Orly established and now heads HFN’s labour and employment department, with over 20 years of experience in the field. Widely regarded as the leading employment law attorney in Israel, Orly advises international and domestic clients in the public and private sectors on all aspects of labour and employment law and labour relations, as well as employee benefits, executive compensation, collective relations, pensions, privacy and immigration.
What attracted you towards a career in the labour and employment field?
Employment law is interesting on both human and academic levels, and provides fulfilling, exciting work. Practising employment law within the commercial, inter-disciplinary environment of HFN has enabled me and my team to gain a wider business perspective in carrying out our work, and factor in other areas of law (eg, tax, IP, regulatory, securities and corporate), giving our practice greater depth. Practising law in such a dynamic, diverse environment provides a unique and interesting landscape in which to practise labour law.
Why did you decide to establish the employment group at HFN?
Both the managing partner and I realised that in order to have a full commercial practice and serve our clients as necessary, we needed a strong, professional employment team. We appreciated that employment law was critical to providing an excellent service in a wide range of areas, including M&A and litigation, and in our general ongoing advice to businesses, and we have certainly been proved right in this respect.
What are the advantages of practising labour law in a full-service commercial firm?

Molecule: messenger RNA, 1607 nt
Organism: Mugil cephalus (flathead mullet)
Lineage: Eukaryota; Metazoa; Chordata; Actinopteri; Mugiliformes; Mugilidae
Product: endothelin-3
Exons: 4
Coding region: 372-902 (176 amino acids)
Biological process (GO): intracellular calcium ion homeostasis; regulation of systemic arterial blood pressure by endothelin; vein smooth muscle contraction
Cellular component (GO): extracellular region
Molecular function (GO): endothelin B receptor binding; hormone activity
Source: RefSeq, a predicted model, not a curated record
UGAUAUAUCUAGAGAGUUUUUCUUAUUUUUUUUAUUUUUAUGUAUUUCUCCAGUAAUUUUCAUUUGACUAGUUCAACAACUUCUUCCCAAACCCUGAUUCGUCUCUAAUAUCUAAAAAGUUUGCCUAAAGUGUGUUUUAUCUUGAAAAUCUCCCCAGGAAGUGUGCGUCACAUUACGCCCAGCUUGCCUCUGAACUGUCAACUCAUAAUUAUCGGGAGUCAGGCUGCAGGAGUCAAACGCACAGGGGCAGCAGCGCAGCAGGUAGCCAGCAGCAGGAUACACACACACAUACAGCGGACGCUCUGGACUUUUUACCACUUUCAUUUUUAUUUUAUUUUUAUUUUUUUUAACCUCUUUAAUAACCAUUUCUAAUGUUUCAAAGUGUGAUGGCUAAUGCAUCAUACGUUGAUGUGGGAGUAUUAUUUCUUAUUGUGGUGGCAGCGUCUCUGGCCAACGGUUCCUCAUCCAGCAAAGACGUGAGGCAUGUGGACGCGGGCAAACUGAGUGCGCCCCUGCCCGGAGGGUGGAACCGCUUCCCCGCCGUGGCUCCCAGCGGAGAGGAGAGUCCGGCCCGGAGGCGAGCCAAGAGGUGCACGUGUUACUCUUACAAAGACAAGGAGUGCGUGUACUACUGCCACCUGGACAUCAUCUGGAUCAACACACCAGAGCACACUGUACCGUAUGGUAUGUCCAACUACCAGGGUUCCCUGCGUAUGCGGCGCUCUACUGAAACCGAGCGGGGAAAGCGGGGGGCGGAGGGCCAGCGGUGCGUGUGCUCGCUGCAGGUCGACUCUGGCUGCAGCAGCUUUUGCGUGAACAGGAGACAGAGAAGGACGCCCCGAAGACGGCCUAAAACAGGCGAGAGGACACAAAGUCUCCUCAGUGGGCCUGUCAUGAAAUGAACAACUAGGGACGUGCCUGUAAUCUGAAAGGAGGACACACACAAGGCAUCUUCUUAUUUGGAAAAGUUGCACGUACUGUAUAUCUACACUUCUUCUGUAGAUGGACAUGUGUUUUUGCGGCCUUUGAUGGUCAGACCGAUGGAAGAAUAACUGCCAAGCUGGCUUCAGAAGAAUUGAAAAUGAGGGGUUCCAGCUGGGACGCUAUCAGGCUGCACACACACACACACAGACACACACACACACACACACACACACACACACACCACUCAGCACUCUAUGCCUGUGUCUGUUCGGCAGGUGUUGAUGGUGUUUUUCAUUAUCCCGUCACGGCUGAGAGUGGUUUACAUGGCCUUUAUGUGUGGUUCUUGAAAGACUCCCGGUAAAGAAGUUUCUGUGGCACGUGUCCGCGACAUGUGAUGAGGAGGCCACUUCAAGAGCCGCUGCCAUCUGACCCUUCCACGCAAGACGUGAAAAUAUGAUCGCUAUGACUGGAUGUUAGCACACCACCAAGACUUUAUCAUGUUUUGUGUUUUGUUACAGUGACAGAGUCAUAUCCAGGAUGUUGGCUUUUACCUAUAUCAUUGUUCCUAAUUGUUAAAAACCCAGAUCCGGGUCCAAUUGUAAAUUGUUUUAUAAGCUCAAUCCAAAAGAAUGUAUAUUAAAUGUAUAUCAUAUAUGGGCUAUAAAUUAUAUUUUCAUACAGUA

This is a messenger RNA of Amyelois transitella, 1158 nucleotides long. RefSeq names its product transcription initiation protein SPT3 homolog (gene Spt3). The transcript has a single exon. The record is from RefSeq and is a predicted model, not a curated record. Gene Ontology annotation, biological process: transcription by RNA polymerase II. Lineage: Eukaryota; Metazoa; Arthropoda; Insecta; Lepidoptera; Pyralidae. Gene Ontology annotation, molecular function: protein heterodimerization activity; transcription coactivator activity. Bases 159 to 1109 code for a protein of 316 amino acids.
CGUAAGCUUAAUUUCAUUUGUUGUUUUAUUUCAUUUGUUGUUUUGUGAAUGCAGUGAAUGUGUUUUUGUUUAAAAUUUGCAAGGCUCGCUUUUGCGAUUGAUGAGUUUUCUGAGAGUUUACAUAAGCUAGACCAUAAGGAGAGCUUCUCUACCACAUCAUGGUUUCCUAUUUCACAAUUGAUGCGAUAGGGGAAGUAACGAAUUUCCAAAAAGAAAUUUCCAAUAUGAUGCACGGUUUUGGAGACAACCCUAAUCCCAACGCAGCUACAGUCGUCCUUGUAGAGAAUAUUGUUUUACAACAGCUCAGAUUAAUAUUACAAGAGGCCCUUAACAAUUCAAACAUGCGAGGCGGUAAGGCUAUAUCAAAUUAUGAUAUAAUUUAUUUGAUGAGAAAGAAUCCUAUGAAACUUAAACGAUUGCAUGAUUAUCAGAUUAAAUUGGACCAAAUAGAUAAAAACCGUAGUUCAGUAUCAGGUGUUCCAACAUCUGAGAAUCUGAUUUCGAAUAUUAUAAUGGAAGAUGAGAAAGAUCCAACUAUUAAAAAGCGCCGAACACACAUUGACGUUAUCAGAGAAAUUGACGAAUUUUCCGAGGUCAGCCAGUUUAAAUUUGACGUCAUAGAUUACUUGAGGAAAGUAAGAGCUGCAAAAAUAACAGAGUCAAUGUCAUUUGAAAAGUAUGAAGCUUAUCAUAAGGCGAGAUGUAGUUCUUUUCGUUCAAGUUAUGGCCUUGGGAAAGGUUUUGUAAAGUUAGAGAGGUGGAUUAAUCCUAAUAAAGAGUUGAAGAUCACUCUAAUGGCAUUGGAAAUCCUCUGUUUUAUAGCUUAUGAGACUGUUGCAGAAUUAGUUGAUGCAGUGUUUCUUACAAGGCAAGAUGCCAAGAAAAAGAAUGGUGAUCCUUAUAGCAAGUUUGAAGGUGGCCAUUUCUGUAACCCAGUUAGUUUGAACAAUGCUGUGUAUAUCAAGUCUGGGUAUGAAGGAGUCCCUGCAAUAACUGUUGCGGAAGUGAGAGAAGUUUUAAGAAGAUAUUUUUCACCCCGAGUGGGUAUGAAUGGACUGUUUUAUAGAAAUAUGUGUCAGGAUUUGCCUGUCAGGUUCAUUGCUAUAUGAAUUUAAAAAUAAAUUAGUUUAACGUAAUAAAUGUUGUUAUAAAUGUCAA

As the foremost Israeli law firm offering services comprising international labour expertise and the support of a robust corporate practice, we are able to combine the resources, experience and expertise normally found in a “boutique” employment law firm with the capabilities of Israel’s leading full-service, international law firm.
Unlike any other firm in Israel, our department practises international employment law – combining expertise in foreign jurisdictions by representing multinational companies in their local operations, and representing Israeli companies expanding overseas with the assistance of our department’s guidance and knowledge. The size, diversity and the resources available to our department, including administrative support and colleagues from other groups with expertise in relevant practice areas, enable us to engage in multiple matters, and advise and support clients on special projects – all while maintaining the highest level of service for their day-to-day business. Our business-oriented environment ultimately allows us to see the bigger picture and provide the practical, commercial advice our clients need.
In cross-border cases, how vital is knowledge of other cultures?
We believe it is crucial to understand our clients’ businesses and the cultures in which they operate to provide the level of service our clients need. We are able to achieve this due to our partners and associates who, in many cases, have studied or are qualified in multiple jurisdictions or have worked overseas and are familiar with the legal, cultural and linguistic issues relevant to our clients’ businesses. As a result, we have gained unparalleled experience working with international clients entering into, or operating in, the Israeli market and advising companies on their investments and businesses.
We have put much effort into participating in, organising and leading international conferences in the field, and ensuring that we remain up-to-date on the employment issues affecting the jurisdictions in which our clients operate.
To what extent can the law address workplace bullying and harassment?
The law is only one tool for addressing such issues. The law of course has a significant part to play: it must provide a strong incentive for employers to invest the time and resources required to eradicate behaviour that may not otherwise immediately affect their bottom line. We have seen that once the law “names” a phenomenon and a cause of action is defined with sanctions attached, this itself raises awareness of the issue.